Wednesday, October 21, 2009
The Footfalls Within and the Music of Erich Zann
Last night's horror reading consisted of two classic short stories, one by H.P. Lovecraft, and one by Robert E. Howard. First was Lovecraft's The Music of Erich Zann, the story of a university student who takes a room in a crooked house in a crooked street in the poor section of town in an unnamed city. Late at night he hears the weird, haunting strains of a violin, and his curiosity drives him to meet the musician, Erich Zann. Zann, who is mute, seems overwhelmed with fear when he learns that the young man has heard him playing and begs him to take a room on a lower floor so as to be farther away from the attic where Zann lives and plays. The student agrees, but he can't stay away from the weird melodies, and eventually he is confronted with the terrible secrets of The Music of Erich Zann. This one probably makes it into my top five Lovecraft tales. It's short and packs a nice, creepy punch near the end.
The Footfalls Within concerns Robert E. Howard's Elizabethan era Puritan adventurer Solomon Kane. Kane is in Africa, seeking out evil as he wanders the trackless jungles and plains. He comes across the body of a young native woman who has been mistreated and finally murdered by Moslem Arab slavers. This does not sit well with Kane.
"The kites mark their trail," muttered the tall Englishman. "Destruction goeth before them and death followeth after. Woe unto ye, sons of iniquity, for the wrath of God is upon ye. The cords be loosed on the iron necks of the hounds of hate and the bow of vengeance is strung. Ye are proud-stomached and strong, and the people cry out beneath your feet, but retribution cometh in the blackness of midnight and the redness of dawn."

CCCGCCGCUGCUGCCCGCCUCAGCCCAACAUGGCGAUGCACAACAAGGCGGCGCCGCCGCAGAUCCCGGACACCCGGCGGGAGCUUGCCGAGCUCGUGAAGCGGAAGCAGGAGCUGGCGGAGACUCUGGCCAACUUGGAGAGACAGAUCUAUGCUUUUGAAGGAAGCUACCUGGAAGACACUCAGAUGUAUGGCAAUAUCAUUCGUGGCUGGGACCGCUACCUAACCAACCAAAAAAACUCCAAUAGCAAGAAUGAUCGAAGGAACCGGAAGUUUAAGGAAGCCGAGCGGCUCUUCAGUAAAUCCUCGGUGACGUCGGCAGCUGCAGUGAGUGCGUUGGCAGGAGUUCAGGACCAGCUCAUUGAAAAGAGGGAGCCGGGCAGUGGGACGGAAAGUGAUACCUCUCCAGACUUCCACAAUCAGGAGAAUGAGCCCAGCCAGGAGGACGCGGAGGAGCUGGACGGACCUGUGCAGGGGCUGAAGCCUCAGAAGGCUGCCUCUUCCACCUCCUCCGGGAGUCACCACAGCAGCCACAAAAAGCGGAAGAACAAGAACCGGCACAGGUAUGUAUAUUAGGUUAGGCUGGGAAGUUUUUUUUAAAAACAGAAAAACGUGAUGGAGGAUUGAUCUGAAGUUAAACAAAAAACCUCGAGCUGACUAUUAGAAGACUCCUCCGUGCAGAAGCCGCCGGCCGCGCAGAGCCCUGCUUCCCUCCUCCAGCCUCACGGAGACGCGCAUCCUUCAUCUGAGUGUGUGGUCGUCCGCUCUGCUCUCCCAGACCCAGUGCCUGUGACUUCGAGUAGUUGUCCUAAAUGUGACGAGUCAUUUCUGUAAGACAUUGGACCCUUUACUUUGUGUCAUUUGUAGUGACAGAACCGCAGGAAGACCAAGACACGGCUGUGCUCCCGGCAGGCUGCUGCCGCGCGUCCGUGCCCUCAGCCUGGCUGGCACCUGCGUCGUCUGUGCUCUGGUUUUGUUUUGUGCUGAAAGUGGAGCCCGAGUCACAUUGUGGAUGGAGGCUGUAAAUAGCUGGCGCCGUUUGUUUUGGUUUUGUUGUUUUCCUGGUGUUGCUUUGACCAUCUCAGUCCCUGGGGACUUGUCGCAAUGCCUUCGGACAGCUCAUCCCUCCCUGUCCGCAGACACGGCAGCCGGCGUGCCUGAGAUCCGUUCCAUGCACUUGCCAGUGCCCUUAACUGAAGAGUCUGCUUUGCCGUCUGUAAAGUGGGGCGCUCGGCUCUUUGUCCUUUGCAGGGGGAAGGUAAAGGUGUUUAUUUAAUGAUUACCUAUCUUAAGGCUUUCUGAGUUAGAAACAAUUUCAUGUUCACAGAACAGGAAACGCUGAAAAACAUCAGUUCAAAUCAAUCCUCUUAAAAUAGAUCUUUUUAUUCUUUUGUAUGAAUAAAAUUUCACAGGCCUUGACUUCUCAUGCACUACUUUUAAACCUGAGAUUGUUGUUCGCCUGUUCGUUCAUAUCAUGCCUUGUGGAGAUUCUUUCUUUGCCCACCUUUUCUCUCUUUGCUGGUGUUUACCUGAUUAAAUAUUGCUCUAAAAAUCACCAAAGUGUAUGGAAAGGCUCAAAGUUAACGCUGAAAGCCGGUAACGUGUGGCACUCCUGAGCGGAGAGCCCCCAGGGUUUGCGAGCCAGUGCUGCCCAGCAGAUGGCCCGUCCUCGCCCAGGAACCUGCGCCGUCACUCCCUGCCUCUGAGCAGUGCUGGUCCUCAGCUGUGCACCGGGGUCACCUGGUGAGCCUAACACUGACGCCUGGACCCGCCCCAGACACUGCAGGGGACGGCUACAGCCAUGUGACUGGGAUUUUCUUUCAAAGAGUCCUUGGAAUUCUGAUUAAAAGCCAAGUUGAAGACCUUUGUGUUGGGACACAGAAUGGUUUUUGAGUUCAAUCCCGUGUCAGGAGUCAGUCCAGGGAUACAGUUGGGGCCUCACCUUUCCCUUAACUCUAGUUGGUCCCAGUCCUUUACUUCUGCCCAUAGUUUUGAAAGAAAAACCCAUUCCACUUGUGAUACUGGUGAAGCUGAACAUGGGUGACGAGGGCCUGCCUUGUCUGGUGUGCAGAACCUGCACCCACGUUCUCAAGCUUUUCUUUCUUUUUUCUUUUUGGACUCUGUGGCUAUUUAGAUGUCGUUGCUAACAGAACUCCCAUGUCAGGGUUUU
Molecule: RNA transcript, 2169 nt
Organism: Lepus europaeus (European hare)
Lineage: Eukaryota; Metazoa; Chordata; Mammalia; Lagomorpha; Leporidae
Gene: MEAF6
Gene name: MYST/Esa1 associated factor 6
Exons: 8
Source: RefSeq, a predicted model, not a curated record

Translation, You do not mess with Solomon Kane. Kane takes up the trail of the slavers, but lets his rage get away from him and attacks the group of over a hundred bad guys. Being a Howard hero, Kane takes a considerable toll among his enemies before being captured but he eventually ends up a prisoner of the slavers.
Things take a turn into horror territory as one of the slaver's scouts finds an ancient building, made from black stones unlike any in Africa. The greedy leader of the slavers orders his men to break down the door, thinking the weird building the tomb of some king and likely to contain riches. As hammer blows fall on the ancient lock, Solomon Kane alone can hear the pacing footfalls of something lurking within.
Something I noted as I re-read Footfalls was the large amount of continuity that exists in the Solomon Kane tales. Howard's Conan stories rarely reference one another, but in The Footfalls Within Kane reflects on events from previous stories such as The Moon of Skulls, The Hills of the Dead, and Red Shadows. We learn more about the strangely carved, cat-headed, juju staff that Kane carries, a gift from his witch-doctor blood brother N'longa.
Many Howard aficionados think that the Solomon Kane stories are the cream of Howard's work. I'm more fond of Conan as a character, but I have to admit that the dark, moody, adventure of Solomon Kane are very compelling. Anyway, can't beat a night of creepy reading with Howard and Lovecraft.